Saunas are a hot trend and they may even help your health.

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Saunas are a hot trend and they can even help your health.

Less than a month into the winter, the cold temperature crushed my spirit. Every time I leave home, an unexpected school day falls in the snow, a frozen dogshit bound sidewalk: I’m done. I found myself dreaming not only of spring, but of any kind of warmth. Sauna sounds very good now. In addition to cold breathing, regular meetings have many health benefits.

In fact, studies have shown that some positive health outcomes are linked to regular sauna use. A 2015 study of more than 2,300 middle-aged men in Finland more frequently found a person’s risk of sauna, fatal heart disease and premature death. The same group of researchers also reported a link between regular sauna use and high blood pressure, as well as a lower risk of moderate to severe sauna use and dementia.

One caveat: with the exception of all men, Finnish saunas are so entrenched that it’s hard to find anyone who doesn’t use them. So no control group USES them all – only those who use them use them more or less.

For this type of study, it is not possible to know whether it is a sauna or a related factor, such as being able to withstand frequent R&R, which brings benefits. With rita Redberg, heart disease, the university of California, San Francisco medical center writing medical editor in JAMA study in 2015, “we don’t know why, who more frequently to take sauna, people’s life expectancy longer (whether in a hot room, leisure time, let more leisure time or sauna leisure life friendship).

The study’s author, Tanjaniina Laukkanen, a researcher at the university of eastern Finland, told Shots in an email that the team believes calories and relaxation are important factors. Heart rate increases with body heat exposure. This will help improve cardiac output.

Saunas also seem to improve the function of blood vessels. Christopher Minson, a professor of human physiology at the university of Oregon, studied the effects of heat immersion in hot water. “Just like exercise, heat is a global stressor, and the body can have many beneficial mechanisms,” he said. He is doing heat therapy for people who can’t get enough exercise, such as spinal cord injuries.

The comparison doesn’t mean that if you can do this, you should skip the exercise. Laukkanen team another study showed that the cardiovascular exercise and sauna use independent role to a certain extent, the body is in good condition, often play a sauna the cardiovascular prognosis of men are superior to those who only suitable for this kind of men.

So, should we take a proper sauna? “Saunas obviously take time,” Mr. Redberg said in a 2015 editorial. She wrote in a recent post details, the study and subsequent research has shown that the use of the sauna is associated with some positive health outcomes, such as lowering blood pressure, are likely to reduce musculoskeletal pain and headache. She recommends that patients, including massage, yoga and pilates, take a sauna as part of relaxation and stress relief activities. She also recommends physical activity, especially walking.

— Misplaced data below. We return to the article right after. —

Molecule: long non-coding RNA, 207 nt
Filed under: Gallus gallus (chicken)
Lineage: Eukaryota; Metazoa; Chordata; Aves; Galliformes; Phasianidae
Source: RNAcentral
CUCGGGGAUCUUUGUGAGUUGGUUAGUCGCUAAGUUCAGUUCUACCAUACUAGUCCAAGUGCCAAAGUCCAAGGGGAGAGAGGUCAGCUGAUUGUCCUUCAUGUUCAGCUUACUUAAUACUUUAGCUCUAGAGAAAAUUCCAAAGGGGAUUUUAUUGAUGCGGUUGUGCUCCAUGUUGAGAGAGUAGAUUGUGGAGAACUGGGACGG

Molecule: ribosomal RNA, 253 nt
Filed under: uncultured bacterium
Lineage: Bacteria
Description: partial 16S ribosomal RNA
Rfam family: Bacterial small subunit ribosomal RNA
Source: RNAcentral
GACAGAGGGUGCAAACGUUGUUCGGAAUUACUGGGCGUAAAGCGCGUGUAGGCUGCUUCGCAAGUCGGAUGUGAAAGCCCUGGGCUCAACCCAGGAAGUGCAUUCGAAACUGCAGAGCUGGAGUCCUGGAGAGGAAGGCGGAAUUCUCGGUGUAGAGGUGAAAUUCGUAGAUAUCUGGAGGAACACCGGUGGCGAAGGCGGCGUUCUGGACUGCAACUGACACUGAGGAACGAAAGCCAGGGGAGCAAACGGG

Of course, there are some caveats. People who are sleepy or have low blood pressure may need to be careful, or at least drink a lot of water before and after drinking, which is good advice for all saunas. If your heart attack is unstable, you should be careful and consult your doctor first.

According to the 2009 infrared saunas and review evidence of cardiovascular health, traditional sauna will air heated to about 185 degrees, which in turn heat you, infrared sauna (also called the far infrared sauna room) can reach 140 degrees. But infrared rays penetrate deeper into the body, meaning you can sweat at lower temperatures than in a traditional sauna. This creates a lighter demand for the cardiovascular system, which is similar to moderate walking, and therefore may benefit people who are sedentary for health reasons. For those who love a sauna, this is a good thing, but it’s not pleasant.

A review of nine studies found “limited and moderate evidence” that using infrared saunas improved blood pressure and congestive heart failure, as well as limited evidence of improvement in chronic pain. Infrared saunas are also part of the waon treatment used in Japan, including 15 minutes of heat, 30 minutes of reclining and towel wrapping. (please register!) There is evidence that waon treatment can benefit patients with heart failure.

Laukkanen says her team’s work cannot be applied directly to infrared saunas, and more research is needed to reduce their long-term benefits. No matter where you’re drawn, don’t assume you sweat a lot because of your health (frequent sales claims). Elimination of toxins is primarily the work of the kidneys and liver, not your sweat.

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